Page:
The meeting was late in the day, and I burned a whole lot of daylight indoors doing whatever the hell it is that I do around here lately, so instead of kitting up for a ride to the Dark Tower to resupply Herself the Elder I went out for a brisk half-hour limp around the ’hood.

You can see company coming a long ways off out here in the Sandia foothills.

Distancing was social, and I seem to be limping faster, so, yay.

After the Zoom session I test-drove a couple new recipes that met with Herself’s approval: mushroom quesadillas and arroz verde.

For the quesadillas I used flour tortillas and Monterey Jack rather than corn torts and mozzarella. Also, I baked them in the oven instead of frying them in a pan.

For the rice I went with a blend of mild/hot Hatch chile instead of poblano and jalapeño.

Them was the ingredients I had on hand. And y’know what? It did not suck. Didn’t take any pix because I was too busy eatin‘ them sumbitches.

The Zoom thing was cool, too. I got to see some people I haven’t seen in a while, and nobody sneezed on nobody.

• Meanwhile — confusion reigns over whether bike shops are “essential.”

Antisocial distancing

March 21, 2020

The outside is still there. We’re just not making as much use of it lately.

No child likes homework. And damn few adults like working from home full time, once they’ve given it a whirl.

Oh, sure, some of us are cut out for it. Truth be told, without the option to work remotely, some of us wouldn’t be remotely employable.

So as you noobs open your laptops on the kitchen counter, launch Skype, and settle into The New Normal, remember the Old Abnormal. We’re still here, in our three-day beards, unbrushed teeth, and soiled yoga pants, taking regular meetings with the voices in our heads.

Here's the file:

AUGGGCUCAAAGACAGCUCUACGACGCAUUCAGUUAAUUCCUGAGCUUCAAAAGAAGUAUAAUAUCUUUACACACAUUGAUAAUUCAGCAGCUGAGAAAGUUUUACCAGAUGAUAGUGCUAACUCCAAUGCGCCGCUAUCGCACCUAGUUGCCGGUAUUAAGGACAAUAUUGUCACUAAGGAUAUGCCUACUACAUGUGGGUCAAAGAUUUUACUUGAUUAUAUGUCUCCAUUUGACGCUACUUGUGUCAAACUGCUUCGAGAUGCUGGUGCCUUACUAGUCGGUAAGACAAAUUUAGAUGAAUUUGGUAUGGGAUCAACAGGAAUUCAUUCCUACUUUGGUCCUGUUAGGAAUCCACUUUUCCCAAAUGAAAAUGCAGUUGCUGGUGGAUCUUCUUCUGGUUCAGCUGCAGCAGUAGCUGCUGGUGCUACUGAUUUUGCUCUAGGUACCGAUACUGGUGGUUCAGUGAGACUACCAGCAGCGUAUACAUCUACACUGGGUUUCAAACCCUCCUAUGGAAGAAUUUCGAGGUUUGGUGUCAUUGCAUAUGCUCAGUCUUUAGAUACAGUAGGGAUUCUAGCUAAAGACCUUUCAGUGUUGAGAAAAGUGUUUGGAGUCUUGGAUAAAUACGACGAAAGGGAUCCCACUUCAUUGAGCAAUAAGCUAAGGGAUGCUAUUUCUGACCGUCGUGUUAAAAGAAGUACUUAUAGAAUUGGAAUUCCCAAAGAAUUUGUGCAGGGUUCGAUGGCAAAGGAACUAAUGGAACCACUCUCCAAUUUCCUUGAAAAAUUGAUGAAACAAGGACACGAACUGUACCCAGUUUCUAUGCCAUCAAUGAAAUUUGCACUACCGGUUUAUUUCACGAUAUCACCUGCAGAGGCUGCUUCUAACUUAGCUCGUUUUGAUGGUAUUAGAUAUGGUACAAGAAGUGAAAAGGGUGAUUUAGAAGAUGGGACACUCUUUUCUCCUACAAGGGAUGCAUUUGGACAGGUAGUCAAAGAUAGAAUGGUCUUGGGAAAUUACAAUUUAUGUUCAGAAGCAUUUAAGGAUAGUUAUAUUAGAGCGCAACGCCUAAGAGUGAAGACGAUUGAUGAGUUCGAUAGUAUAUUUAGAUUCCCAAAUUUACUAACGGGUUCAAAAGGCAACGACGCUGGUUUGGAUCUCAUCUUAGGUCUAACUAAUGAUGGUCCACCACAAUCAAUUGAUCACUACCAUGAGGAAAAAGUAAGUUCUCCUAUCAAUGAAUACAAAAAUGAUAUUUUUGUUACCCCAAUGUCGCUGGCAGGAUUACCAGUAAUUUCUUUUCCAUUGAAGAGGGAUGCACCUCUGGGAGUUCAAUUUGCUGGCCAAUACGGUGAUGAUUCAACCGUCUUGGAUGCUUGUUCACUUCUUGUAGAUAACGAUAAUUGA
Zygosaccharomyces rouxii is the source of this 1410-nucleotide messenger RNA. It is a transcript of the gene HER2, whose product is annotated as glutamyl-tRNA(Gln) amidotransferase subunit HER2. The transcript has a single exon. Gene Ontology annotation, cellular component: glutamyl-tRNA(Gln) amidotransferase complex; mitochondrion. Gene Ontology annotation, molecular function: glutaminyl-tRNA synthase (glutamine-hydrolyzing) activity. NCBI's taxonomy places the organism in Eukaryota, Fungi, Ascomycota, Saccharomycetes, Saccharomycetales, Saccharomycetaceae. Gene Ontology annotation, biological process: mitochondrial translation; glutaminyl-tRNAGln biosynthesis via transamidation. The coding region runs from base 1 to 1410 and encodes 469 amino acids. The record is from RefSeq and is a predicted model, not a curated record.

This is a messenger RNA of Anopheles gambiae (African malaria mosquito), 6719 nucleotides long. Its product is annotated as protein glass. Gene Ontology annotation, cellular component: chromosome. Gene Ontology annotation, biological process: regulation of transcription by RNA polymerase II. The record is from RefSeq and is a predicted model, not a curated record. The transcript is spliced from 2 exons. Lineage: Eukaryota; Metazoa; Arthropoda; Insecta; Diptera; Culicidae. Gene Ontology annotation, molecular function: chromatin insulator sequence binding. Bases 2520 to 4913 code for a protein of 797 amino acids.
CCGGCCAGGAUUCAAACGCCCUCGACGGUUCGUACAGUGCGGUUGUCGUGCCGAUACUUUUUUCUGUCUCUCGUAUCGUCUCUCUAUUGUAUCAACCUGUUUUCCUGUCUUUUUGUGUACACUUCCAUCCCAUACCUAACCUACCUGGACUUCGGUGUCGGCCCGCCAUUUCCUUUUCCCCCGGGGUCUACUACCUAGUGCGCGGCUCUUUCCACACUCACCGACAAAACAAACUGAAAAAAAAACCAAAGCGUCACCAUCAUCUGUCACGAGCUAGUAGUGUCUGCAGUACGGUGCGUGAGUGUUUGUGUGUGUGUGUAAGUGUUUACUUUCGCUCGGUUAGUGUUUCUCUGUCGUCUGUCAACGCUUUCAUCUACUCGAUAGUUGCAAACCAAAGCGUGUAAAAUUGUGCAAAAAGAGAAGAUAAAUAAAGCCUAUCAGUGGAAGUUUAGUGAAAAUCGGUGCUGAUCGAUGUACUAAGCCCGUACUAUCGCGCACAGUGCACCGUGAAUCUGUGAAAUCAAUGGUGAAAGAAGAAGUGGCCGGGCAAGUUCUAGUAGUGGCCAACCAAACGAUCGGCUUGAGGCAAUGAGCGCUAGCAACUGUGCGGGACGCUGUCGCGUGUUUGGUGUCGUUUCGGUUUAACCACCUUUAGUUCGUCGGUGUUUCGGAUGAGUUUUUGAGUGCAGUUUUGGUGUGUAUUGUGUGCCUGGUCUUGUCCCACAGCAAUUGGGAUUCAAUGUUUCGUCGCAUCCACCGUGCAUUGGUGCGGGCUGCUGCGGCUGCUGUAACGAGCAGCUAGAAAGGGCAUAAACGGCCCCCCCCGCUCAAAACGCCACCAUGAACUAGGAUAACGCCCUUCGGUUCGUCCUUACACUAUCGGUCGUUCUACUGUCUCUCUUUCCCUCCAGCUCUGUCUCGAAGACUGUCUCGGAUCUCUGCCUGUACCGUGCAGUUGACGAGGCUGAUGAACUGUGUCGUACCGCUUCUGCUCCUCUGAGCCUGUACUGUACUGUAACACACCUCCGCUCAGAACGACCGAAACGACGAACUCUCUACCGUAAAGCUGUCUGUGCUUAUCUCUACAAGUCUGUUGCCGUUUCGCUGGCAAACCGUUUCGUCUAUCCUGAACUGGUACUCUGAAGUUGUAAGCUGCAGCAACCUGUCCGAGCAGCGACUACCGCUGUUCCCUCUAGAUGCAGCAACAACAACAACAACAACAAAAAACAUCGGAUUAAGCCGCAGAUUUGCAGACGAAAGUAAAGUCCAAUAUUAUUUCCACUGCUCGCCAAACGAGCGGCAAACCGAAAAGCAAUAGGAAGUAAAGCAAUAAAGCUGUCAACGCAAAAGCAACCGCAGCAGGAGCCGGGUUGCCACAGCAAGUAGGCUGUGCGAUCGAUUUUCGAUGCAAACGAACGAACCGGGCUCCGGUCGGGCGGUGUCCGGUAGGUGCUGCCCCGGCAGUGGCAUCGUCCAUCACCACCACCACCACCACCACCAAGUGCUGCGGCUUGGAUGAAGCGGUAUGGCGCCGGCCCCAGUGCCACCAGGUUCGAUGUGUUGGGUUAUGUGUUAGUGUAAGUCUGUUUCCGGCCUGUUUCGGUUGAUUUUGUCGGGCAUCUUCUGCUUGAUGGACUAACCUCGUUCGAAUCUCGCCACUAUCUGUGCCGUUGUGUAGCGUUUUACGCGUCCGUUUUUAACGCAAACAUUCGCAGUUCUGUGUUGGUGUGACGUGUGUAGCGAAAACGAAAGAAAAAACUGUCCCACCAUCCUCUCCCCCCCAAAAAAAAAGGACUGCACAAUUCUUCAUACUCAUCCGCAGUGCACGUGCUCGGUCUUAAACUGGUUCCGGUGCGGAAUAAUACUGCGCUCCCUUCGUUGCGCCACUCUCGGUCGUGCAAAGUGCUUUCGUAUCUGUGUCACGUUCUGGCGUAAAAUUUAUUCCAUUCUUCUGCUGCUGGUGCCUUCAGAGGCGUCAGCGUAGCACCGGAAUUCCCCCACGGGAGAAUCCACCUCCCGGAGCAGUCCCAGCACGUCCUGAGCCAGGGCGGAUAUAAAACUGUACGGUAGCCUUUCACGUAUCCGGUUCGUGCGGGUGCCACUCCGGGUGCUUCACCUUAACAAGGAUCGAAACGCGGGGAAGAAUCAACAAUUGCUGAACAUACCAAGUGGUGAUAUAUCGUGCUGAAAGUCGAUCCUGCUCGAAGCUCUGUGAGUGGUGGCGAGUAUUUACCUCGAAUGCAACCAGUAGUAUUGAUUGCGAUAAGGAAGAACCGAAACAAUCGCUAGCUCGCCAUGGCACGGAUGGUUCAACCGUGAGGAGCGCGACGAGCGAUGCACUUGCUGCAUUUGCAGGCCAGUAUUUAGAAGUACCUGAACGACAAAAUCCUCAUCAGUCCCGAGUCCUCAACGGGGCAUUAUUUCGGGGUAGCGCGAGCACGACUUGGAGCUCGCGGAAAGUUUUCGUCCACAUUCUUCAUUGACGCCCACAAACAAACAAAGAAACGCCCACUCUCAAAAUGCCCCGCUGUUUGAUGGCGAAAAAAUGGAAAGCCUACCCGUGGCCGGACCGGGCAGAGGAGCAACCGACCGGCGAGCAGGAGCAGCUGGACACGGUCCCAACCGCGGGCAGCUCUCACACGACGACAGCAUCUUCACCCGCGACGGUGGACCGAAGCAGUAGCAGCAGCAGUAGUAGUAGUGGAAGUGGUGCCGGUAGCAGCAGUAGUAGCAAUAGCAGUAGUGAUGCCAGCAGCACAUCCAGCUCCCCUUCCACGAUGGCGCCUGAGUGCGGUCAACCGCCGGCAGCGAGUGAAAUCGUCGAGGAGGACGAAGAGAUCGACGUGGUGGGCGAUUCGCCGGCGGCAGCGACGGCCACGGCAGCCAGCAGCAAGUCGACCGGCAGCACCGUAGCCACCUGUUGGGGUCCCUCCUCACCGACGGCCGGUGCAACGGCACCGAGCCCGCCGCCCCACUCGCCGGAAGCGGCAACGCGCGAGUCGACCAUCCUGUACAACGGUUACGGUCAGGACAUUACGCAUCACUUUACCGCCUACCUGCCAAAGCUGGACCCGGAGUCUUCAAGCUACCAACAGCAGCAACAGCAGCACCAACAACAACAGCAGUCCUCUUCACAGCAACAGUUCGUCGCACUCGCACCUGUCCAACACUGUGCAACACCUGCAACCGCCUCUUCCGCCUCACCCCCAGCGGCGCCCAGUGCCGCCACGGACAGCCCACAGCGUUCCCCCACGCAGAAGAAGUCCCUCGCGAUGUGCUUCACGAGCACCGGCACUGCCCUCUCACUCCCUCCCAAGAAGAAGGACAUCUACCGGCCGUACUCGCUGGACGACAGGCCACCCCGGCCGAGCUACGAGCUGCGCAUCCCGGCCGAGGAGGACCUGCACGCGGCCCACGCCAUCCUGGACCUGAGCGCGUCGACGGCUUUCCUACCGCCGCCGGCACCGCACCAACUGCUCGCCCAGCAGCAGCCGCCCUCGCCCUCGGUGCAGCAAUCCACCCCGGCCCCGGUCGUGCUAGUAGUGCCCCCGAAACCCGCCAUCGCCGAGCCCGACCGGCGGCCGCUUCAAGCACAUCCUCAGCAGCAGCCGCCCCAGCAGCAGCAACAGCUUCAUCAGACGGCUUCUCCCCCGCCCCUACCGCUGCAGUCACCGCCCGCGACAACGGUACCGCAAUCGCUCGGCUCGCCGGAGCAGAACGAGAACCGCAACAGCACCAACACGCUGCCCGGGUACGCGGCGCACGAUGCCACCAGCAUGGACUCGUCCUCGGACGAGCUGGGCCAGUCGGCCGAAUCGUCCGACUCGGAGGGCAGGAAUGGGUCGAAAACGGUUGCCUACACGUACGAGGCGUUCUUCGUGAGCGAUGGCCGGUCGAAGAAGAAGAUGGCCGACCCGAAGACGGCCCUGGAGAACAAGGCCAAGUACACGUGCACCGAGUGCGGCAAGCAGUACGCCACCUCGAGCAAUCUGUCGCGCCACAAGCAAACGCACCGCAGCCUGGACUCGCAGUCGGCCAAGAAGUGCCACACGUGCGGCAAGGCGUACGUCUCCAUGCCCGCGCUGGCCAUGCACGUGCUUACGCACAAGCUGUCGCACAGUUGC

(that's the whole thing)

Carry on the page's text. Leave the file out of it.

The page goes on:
We pioneered this shit. Homesteaded it, you might say. And we like it.

So, welcome to orientation.

First, the bad news: The voices in your head are not the ones you’re used to hearing around the water cooler in the office.

The good news? You can tell them to shut the fuck up and they won’t rat you out to HR.

Yes, it’s another thrilling episode of Radio Free Dogpatch!

P L A Y    R A D I O    F R E E    D O G P A T C H

• Technical notes: It’s another bargain-basement broadcast. I used the Audio-Technica ATR2100-USB mic, and skipped the Zoom H5 Handy Recorder in favor of recording directly to the MacBook Pro using Rogue Amoeba’s nifty little app Piezo. Editing was as usual, in GarageBand. The intro music is by Your Humble Narrator, assembled from bits and pieces in the iOS version of GarageBand on a 9.7-inch iPad Pro. Angry shouting and background music (the latter by Doug Maxwell/Media Right Productions) is courtesy of the YouTube Audio Library. Cash register by kiddpark at Freesound.org. Herself was voiced either by Elle Macpherson, Tyra Banks, or Rosario Dawson, I can’t decide.

12 Days of ’Toonsmas: Day 12

December 31, 2019

He’s back? Oh, God, no. Wasn’t it bad enough the first time around?
From the December 2019 issue of BRAIN.

Behold the final installment of the 12 Days of ’Toonsmas.

Now and then I think it would be fun to be a columnist as in days of yore, cranking out the tees, and also the hees, for fun and (very little) profit.

And then I think again.

Columning can feel an awful lot like work, and it seems that climate change is thinning everyone’s skin when you’d expect it to be doing just the opposite. Surely some of these squealing ninnies should’ve bled to death by now, the way they announce with outrage ev’ry prod with the bodkin. But no, it seems one wee prick merely arouses another.

Better to have my own little shop here on this unremarkable back alley, well off the Infobahn, where the Twitters and Facebooks roar around and about, one hand on the horn and the other out the window, middle digit extended. However do these people steer? Why, with the knees they’d like to shove in your groin, if they were ever to clamber down from the heights of their machinery, which they will not.